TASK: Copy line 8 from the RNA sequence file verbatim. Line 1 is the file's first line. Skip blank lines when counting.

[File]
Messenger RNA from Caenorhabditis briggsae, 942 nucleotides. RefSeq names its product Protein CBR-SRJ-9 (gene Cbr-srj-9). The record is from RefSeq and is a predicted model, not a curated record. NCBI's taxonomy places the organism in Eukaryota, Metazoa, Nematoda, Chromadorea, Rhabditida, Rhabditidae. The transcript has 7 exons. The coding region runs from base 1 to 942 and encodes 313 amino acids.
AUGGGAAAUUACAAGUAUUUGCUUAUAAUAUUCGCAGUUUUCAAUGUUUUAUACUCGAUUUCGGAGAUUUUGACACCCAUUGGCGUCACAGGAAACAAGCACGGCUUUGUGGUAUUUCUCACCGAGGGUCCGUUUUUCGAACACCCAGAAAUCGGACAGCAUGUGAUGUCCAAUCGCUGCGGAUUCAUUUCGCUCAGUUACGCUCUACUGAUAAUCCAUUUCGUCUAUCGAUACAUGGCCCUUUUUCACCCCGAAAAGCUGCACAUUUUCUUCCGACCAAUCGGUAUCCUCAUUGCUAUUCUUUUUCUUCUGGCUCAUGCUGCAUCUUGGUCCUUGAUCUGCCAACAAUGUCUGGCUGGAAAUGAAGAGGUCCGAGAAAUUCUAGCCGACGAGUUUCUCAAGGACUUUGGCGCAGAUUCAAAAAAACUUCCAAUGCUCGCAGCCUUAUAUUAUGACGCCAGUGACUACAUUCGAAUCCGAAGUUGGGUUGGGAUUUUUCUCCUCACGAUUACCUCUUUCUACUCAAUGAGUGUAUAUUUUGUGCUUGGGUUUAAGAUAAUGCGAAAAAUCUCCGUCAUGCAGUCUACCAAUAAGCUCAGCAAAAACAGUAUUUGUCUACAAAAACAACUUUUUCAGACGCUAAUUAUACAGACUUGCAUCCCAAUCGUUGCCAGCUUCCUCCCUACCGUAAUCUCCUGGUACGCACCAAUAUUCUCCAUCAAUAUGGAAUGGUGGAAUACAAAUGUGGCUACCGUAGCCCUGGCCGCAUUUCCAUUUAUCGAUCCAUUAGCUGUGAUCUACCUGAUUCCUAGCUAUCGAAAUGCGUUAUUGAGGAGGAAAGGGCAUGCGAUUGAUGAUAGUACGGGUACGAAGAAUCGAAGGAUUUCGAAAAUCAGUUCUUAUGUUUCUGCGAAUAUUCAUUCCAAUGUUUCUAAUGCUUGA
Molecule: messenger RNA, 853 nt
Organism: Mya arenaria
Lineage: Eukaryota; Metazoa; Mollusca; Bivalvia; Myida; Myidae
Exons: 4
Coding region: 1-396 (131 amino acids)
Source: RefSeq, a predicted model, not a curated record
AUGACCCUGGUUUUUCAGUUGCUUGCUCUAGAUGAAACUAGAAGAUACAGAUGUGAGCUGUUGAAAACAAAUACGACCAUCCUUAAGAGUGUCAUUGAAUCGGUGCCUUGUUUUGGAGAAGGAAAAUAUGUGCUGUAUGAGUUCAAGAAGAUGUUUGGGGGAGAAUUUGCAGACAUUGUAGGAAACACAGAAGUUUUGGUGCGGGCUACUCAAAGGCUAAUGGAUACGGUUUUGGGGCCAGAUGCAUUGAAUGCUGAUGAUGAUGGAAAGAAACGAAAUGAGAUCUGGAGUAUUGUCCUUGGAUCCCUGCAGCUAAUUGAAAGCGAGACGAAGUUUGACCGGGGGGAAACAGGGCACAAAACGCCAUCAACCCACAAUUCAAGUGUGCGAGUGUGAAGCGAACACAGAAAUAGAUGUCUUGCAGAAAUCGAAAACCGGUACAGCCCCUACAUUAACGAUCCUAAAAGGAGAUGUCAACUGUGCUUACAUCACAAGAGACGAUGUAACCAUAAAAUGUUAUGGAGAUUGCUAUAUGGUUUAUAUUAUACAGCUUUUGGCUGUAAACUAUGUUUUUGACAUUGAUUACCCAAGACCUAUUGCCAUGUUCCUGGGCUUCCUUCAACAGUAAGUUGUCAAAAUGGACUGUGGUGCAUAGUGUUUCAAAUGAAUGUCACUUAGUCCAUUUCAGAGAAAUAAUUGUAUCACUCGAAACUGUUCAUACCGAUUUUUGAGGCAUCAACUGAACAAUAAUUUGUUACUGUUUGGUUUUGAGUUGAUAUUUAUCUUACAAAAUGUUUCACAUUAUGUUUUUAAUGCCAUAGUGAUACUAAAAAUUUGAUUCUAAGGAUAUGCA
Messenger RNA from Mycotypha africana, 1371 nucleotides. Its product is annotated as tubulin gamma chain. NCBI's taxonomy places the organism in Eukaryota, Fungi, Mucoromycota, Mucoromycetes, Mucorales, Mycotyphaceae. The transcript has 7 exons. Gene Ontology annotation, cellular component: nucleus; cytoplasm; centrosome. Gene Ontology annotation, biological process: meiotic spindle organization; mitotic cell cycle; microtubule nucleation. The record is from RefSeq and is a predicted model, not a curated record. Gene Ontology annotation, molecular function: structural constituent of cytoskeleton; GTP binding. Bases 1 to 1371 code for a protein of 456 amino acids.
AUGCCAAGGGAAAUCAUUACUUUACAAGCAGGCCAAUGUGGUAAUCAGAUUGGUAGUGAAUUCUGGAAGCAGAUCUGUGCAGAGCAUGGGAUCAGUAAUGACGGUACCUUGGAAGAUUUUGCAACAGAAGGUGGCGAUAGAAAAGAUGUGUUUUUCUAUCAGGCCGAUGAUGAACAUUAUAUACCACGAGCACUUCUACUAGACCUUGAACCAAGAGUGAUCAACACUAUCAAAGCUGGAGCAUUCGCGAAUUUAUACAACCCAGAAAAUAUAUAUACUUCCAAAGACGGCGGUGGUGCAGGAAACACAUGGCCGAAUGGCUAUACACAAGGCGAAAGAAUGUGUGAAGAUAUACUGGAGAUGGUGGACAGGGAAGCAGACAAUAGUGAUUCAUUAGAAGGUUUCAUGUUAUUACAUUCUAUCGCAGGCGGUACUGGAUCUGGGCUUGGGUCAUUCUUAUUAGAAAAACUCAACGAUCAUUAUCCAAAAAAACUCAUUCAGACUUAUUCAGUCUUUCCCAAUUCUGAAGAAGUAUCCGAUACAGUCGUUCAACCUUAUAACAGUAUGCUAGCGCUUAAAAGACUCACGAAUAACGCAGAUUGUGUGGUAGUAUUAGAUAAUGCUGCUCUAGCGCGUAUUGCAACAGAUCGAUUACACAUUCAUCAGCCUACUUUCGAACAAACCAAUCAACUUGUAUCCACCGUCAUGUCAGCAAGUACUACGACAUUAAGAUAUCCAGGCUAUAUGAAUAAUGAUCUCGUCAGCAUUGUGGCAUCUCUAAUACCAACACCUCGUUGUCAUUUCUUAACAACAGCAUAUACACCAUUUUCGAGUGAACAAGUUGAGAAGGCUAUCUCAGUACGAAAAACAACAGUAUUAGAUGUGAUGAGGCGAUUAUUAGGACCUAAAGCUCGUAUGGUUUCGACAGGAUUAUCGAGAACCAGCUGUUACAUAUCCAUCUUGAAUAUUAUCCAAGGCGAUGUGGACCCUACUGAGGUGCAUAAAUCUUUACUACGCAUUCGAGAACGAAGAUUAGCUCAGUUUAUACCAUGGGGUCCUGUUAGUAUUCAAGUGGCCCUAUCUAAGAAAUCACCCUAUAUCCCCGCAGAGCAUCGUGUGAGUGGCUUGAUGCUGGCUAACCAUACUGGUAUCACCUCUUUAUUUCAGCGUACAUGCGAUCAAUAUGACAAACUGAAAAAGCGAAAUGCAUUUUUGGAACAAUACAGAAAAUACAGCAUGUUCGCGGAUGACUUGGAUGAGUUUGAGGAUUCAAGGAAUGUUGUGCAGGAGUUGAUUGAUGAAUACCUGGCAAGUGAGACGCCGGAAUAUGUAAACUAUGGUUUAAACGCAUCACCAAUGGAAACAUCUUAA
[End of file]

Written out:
Source: RefSeq, a predicted model, not a curated record